Wednesday, August 20, 2008

Natasha


This is Natasha. I met Natasha at the 2nd camp we had in Nikolaev at the end of July. We were only there for 6 full days, and so I didn't anticipate developing too deep of relationships with the kids and in some ways I think I had set my expectations rather low for what we could accomplish in such a short amount of time. Well it turned out I was in for a surprise! With my friend Zhenya and two American friends, Mary Lynn and Amanda, I had the privilege of teaching life skills lessons each day to youth about 14-16 years old. We mostly had girls in our groups and to say that they were thrilled to come to the lessons each day would be an understatement. Especially Natasha.
Each day Natasha would arrive to our "gazebo" where the lessons took place and she would sit there wide eyed, half staring at her 3 new American friends- so eager to soak up all of the information. We gave out workbooks on the first day which contained the weeks lessons and worksheets, and on the second day of class Natasha came back and said, "this is all so interesting, I read the whole book already!" With her angelic and sweet nature I could tell that we would be friends soon. During our lesson on friendship each of the kids had to interview someone else and work on their listening and question asking skills. Natasha decided she would be my partner and her eyes lit up when I agreed. I enjoyed my conversation with Natasha, and asked her questions about her dreams, her hobbies, her family and the things she'd like to learn (like English!) Natasha is almost 14 years old and wants to be a teacher someday, she has a dysfunctional family situation, and spends most of the year in the orphanage, except for the times when her grandparents come and get her. I think what amazes me most about Natasha, and many other youth like her, is the dreams she has for herself, dreams to live a different life than that of her parents- and believing she an. After the day of friendship we had a time of crafts with the kids in which they could make greeting cards for a special friend. After the craft was over Natasha handed me the card she had made, "It's for you, she said." Inside she had written, "After today's conversation, you have become my best friend. You are a miracle, miracle, miracle. With love, Natasha"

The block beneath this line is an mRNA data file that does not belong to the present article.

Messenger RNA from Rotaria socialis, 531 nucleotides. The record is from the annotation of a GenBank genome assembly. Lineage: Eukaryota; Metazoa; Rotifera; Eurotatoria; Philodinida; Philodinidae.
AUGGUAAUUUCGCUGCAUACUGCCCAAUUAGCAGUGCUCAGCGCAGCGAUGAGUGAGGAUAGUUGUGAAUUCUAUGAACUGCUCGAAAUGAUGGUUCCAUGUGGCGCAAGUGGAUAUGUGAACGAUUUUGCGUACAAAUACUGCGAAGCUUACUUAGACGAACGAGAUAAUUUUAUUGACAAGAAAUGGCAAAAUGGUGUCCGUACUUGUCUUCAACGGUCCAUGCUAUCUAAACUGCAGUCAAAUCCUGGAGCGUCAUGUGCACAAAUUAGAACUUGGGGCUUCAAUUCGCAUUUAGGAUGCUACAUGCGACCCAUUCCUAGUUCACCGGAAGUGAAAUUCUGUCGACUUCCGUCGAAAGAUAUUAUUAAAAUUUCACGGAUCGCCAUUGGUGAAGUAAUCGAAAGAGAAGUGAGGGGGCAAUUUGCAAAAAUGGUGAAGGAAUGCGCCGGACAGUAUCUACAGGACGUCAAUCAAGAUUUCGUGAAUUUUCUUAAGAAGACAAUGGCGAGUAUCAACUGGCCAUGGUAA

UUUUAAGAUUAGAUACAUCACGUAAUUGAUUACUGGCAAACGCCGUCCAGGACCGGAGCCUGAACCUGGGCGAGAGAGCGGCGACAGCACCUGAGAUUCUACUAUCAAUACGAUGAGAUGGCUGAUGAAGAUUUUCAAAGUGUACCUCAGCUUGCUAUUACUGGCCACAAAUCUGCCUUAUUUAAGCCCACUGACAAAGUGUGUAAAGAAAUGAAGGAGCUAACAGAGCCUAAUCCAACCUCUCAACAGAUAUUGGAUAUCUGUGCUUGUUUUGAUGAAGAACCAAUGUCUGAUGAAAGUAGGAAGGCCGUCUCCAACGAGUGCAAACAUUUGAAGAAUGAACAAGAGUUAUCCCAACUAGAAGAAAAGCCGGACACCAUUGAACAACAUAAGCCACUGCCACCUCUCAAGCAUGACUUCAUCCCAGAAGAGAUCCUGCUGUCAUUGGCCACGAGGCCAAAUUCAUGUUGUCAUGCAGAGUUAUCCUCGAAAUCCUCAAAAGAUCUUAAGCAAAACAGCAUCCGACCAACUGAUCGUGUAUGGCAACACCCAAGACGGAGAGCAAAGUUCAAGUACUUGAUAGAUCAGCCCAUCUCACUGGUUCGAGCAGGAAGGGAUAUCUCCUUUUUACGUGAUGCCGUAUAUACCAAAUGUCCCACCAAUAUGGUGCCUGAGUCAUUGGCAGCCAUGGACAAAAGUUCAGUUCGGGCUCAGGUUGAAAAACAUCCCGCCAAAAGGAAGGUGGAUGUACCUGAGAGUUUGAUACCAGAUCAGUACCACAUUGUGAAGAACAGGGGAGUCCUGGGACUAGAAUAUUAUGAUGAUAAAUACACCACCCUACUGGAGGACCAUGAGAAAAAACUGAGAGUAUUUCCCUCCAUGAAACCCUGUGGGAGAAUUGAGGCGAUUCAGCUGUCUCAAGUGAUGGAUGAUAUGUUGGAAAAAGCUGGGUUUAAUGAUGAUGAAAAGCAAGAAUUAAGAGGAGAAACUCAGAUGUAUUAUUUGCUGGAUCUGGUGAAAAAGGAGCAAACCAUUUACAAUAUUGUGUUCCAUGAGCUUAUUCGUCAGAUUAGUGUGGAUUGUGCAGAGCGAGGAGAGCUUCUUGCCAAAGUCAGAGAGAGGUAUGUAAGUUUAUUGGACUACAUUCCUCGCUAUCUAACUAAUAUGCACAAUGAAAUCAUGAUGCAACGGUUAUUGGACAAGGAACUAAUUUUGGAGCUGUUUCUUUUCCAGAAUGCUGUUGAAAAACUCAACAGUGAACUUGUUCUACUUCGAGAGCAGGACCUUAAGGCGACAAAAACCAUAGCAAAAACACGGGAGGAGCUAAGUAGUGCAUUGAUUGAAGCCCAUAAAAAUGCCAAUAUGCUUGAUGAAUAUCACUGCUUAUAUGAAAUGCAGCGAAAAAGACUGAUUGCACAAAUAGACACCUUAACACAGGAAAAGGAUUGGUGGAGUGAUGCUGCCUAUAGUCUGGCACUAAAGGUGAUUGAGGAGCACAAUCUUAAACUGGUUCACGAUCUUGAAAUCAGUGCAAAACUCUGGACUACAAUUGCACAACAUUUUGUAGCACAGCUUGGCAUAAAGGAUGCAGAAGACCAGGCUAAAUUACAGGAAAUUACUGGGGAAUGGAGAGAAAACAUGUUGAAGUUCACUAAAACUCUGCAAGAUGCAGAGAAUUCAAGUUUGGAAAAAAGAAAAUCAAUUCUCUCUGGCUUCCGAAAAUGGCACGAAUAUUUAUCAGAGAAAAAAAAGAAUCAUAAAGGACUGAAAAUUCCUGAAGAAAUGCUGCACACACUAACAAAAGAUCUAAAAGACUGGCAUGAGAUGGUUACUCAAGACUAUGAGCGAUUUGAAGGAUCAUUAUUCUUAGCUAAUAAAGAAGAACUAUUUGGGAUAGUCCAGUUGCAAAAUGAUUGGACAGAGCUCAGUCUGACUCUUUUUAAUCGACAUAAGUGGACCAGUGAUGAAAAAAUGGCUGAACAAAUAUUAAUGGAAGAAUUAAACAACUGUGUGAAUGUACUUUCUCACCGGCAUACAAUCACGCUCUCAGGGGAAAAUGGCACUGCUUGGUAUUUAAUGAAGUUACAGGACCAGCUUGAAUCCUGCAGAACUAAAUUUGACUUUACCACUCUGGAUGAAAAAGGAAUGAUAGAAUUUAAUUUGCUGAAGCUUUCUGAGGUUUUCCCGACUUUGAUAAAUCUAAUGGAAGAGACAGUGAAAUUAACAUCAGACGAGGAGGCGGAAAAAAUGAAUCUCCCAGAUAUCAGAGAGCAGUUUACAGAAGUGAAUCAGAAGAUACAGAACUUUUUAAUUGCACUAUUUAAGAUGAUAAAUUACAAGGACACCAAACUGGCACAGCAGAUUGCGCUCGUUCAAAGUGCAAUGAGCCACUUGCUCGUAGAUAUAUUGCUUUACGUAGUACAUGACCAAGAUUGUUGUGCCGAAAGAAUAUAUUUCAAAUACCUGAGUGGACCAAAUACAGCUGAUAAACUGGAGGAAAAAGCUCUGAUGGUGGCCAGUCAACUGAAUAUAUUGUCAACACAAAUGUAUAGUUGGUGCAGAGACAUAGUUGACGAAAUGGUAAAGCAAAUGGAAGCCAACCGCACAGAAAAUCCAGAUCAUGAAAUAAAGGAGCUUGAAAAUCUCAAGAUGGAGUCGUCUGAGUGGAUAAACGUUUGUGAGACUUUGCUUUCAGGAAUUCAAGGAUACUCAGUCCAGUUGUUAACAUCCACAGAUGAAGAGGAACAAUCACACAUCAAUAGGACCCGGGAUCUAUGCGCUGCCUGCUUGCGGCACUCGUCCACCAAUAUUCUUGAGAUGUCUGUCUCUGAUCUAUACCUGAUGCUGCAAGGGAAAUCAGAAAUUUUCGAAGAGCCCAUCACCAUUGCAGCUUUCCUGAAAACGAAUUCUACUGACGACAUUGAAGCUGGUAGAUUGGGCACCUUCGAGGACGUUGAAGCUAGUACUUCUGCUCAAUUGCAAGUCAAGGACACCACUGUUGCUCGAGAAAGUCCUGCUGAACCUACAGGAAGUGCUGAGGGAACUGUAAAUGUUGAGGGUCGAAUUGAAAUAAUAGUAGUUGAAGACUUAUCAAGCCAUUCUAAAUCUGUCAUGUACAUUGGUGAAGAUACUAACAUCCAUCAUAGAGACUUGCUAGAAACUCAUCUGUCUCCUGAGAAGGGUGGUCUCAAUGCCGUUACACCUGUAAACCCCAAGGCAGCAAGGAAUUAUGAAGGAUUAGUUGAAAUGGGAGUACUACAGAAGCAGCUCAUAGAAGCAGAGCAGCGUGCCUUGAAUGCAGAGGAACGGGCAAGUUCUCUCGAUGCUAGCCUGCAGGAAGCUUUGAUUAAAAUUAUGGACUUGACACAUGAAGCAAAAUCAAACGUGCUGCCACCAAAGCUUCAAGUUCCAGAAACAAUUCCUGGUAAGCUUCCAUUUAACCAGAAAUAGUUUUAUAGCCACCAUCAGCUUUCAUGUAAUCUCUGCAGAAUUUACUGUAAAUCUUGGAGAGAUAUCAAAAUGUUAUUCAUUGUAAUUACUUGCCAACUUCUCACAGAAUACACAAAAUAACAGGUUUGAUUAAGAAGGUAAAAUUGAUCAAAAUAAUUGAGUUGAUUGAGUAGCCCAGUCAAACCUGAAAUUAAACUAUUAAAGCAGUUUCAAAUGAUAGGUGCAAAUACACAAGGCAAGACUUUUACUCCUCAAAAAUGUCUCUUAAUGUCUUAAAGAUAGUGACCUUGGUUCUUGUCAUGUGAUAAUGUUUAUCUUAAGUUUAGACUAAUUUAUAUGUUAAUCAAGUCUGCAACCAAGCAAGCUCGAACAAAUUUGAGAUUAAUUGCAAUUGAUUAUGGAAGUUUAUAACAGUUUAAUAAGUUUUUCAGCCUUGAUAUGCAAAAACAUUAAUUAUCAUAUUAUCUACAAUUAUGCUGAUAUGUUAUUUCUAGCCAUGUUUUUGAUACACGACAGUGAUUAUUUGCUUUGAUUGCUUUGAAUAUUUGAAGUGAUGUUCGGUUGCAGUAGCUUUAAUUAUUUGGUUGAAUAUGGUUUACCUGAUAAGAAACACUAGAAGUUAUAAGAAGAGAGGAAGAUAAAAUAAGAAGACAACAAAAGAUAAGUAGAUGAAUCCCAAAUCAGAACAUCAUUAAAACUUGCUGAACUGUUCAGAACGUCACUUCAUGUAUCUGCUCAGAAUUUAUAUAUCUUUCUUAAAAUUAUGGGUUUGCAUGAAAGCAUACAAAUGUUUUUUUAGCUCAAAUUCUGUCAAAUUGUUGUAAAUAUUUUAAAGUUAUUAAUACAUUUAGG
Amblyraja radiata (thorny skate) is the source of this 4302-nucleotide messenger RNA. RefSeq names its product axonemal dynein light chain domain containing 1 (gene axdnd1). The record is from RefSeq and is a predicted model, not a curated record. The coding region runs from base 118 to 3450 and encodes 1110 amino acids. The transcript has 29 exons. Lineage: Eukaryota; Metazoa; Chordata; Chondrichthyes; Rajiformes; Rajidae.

Now don't worry, I know I am far from a miracle (God's got a lot of work to do on me yet)- and I know Natasha didn't have a full understanding of what she was saying-- but these words that she wrote gave me a deeper understanding of how much these kids need relationship, how much they need true friendship, people who care...just a listening ear! Part of me was sad that after a 10 minute conversation, Natasha could say I was her best friend--because I know I am far from that. Sometimes it breaks my heart to realize how much these kids have to learn--even what it means to be a real friend. But for this 14 year-old little girl, a listening ear, and a loving hug brought friendship- a friendship that surprised and blessed me as well...and I hope our friendship will continue on.
When we left the camp in Nikolaev I wasn't prepared for the streaming tears of a dozen 14-16 year-old girls that flowed as we said our goodbyes. I've gotten used to saying goodbye to kids over the years with all the camps and visits we do-- but this time seemed different for some reason. In those six short days the Lord used our team to build some amazing relationships and lay the foundation of trust and friendship with young people who have such deep emotional scars that I cannot even begin to grasp. I was blessed just to be a small part of that. More than anything, through those 6 short days I was reminded of the importance of listening and loving...not always speaking, but just being present. Natasha helped me to do that. Thank you my sweet sweet friend.













Lord Jesus, continue to send your workers into the fields of the Fatherless....may more and more Ukrainian believers be challenged to enter the walls of the orphanages and begin relationships with these youth who so desperately need a healthy adult in their life, a listening ear, and love. Amen

2 comments:

SET said...

Again, Karen, these stories are so moving! It took your comment on my blog post to remind me to check my SPU account, which goes pretty unchecked these days. I have a gmail account I use more frequently, it's steph.tegman@gmail.com. I'm going to give you a call tonight... Hopefully you'll be free.

Annie said...

I am so glad I found your blog - though it makes me sad, too. I wish I could take all these sweet children into my home and heart. How wonderful that you can make such a difference.